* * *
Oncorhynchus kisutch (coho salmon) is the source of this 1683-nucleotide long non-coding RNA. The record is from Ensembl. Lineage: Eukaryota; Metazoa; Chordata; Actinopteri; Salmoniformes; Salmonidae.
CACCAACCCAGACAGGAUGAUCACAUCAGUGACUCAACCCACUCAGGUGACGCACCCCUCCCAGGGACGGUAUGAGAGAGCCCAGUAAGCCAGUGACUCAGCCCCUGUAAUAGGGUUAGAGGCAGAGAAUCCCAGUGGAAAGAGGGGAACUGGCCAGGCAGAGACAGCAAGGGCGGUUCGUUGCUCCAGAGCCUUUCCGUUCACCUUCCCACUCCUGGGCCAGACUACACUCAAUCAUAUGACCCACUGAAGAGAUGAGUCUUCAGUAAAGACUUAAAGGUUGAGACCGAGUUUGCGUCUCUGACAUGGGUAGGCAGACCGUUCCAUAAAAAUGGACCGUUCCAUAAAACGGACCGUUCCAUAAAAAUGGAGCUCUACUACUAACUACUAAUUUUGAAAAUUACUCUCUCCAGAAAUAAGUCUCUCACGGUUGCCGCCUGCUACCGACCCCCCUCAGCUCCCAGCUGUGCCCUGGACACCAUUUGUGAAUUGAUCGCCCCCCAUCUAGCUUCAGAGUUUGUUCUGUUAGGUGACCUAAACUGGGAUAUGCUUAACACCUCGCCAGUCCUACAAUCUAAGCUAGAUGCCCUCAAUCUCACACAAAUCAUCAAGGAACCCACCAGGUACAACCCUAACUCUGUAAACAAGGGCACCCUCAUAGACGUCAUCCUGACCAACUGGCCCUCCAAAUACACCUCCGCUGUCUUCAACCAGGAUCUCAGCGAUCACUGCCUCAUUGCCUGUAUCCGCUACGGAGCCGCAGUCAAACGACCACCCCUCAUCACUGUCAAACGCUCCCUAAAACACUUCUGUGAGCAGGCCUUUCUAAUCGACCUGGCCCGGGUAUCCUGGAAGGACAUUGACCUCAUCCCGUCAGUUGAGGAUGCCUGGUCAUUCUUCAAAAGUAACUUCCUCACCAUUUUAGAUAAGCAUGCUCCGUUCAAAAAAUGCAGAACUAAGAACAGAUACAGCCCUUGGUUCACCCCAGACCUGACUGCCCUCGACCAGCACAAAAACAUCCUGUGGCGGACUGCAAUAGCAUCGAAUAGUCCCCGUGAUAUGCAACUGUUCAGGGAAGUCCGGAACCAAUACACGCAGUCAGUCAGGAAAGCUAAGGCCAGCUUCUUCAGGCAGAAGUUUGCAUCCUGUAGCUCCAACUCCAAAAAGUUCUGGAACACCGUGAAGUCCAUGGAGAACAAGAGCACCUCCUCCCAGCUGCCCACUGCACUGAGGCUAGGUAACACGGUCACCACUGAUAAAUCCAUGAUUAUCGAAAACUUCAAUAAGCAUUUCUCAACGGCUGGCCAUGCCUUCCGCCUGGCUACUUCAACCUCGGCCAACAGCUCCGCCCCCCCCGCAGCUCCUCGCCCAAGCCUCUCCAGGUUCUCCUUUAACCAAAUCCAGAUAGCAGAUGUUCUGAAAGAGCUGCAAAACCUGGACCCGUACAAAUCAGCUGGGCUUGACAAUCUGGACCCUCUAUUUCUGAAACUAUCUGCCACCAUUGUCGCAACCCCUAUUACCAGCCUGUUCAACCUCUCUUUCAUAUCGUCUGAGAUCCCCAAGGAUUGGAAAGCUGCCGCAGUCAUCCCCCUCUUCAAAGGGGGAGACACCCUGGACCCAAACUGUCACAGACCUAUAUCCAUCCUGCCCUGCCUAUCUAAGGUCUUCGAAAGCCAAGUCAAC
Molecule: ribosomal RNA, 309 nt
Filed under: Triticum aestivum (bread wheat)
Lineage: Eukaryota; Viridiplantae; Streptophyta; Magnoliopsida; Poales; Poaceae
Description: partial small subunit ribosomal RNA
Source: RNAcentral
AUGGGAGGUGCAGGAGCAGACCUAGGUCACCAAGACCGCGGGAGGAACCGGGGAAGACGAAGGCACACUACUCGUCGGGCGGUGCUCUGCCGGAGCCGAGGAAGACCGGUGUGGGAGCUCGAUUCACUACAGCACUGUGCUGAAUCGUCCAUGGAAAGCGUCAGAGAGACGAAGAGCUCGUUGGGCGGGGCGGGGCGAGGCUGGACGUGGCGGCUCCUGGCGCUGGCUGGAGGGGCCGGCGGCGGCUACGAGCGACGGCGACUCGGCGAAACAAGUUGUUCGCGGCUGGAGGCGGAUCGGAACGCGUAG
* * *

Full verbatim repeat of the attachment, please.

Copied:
Oncorhynchus kisutch (coho salmon) is the source of this 1683-nucleotide long non-coding RNA. The record is from Ensembl. Lineage: Eukaryota; Metazoa; Chordata; Actinopteri; Salmoniformes; Salmonidae.
CACCAACCCAGACAGGAUGAUCACAUCAGUGACUCAACCCACUCAGGUGACGCACCCCUCCCAGGGACGGUAUGAGAGAGCCCAGUAAGCCAGUGACUCAGCCCCUGUAAUAGGGUUAGAGGCAGAGAAUCCCAGUGGAAAGAGGGGAACUGGCCAGGCAGAGACAGCAAGGGCGGUUCGUUGCUCCAGAGCCUUUCCGUUCACCUUCCCACUCCUGGGCCAGACUACACUCAAUCAUAUGACCCACUGAAGAGAUGAGUCUUCAGUAAAGACUUAAAGGUUGAGACCGAGUUUGCGUCUCUGACAUGGGUAGGCAGACCGUUCCAUAAAAAUGGACCGUUCCAUAAAACGGACCGUUCCAUAAAAAUGGAGCUCUACUACUAACUACUAAUUUUGAAAAUUACUCUCUCCAGAAAUAAGUCUCUCACGGUUGCCGCCUGCUACCGACCCCCCUCAGCUCCCAGCUGUGCCCUGGACACCAUUUGUGAAUUGAUCGCCCCCCAUCUAGCUUCAGAGUUUGUUCUGUUAGGUGACCUAAACUGGGAUAUGCUUAACACCUCGCCAGUCCUACAAUCUAAGCUAGAUGCCCUCAAUCUCACACAAAUCAUCAAGGAACCCACCAGGUACAACCCUAACUCUGUAAACAAGGGCACCCUCAUAGACGUCAUCCUGACCAACUGGCCCUCCAAAUACACCUCCGCUGUCUUCAACCAGGAUCUCAGCGAUCACUGCCUCAUUGCCUGUAUCCGCUACGGAGCCGCAGUCAAACGACCACCCCUCAUCACUGUCAAACGCUCCCUAAAACACUUCUGUGAGCAGGCCUUUCUAAUCGACCUGGCCCGGGUAUCCUGGAAGGACAUUGACCUCAUCCCGUCAGUUGAGGAUGCCUGGUCAUUCUUCAAAAGUAACUUCCUCACCAUUUUAGAUAAGCAUGCUCCGUUCAAAAAAUGCAGAACUAAGAACAGAUACAGCCCUUGGUUCACCCCAGACCUGACUGCCCUCGACCAGCACAAAAACAUCCUGUGGCGGACUGCAAUAGCAUCGAAUAGUCCCCGUGAUAUGCAACUGUUCAGGGAAGUCCGGAACCAAUACACGCAGUCAGUCAGGAAAGCUAAGGCCAGCUUCUUCAGGCAGAAGUUUGCAUCCUGUAGCUCCAACUCCAAAAAGUUCUGGAACACCGUGAAGUCCAUGGAGAACAAGAGCACCUCCUCCCAGCUGCCCACUGCACUGAGGCUAGGUAACACGGUCACCACUGAUAAAUCCAUGAUUAUCGAAAACUUCAAUAAGCAUUUCUCAACGGCUGGCCAUGCCUUCCGCCUGGCUACUUCAACCUCGGCCAACAGCUCCGCCCCCCCCGCAGCUCCUCGCCCAAGCCUCUCCAGGUUCUCCUUUAACCAAAUCCAGAUAGCAGAUGUUCUGAAAGAGCUGCAAAACCUGGACCCGUACAAAUCAGCUGGGCUUGACAAUCUGGACCCUCUAUUUCUGAAACUAUCUGCCACCAUUGUCGCAACCCCUAUUACCAGCCUGUUCAACCUCUCUUUCAUAUCGUCUGAGAUCCCCAAGGAUUGGAAAGCUGCCGCAGUCAUCCCCCUCUUCAAAGGGGGAGACACCCUGGACCCAAACUGUCACAGACCUAUAUCCAUCCUGCCCUGCCUAUCUAAGGUCUUCGAAAGCCAAGUCAAC
Molecule: ribosomal RNA, 309 nt
Filed under: Triticum aestivum (bread wheat)
Lineage: Eukaryota; Viridiplantae; Streptophyta; Magnoliopsida; Poales; Poaceae
Description: partial small subunit ribosomal RNA
Source: RNAcentral
AUGGGAGGUGCAGGAGCAGACCUAGGUCACCAAGACCGCGGGAGGAACCGGGGAAGACGAAGGCACACUACUCGUCGGGCGGUGCUCUGCCGGAGCCGAGGAAGACCGGUGUGGGAGCUCGAUUCACUACAGCACUGUGCUGAAUCGUCCAUGGAAAGCGUCAGAGAGACGAAGAGCUCGUUGGGCGGGGCGGGGCGAGGCUGGACGUGGCGGCUCCUGGCGCUGGCUGGAGGGGCCGGCGGCGGCUACGAGCGACGGCGACUCGGCGAAACAAGUUGUUCGCGGCUGGAGGCGGAUCGGAACGCGUAG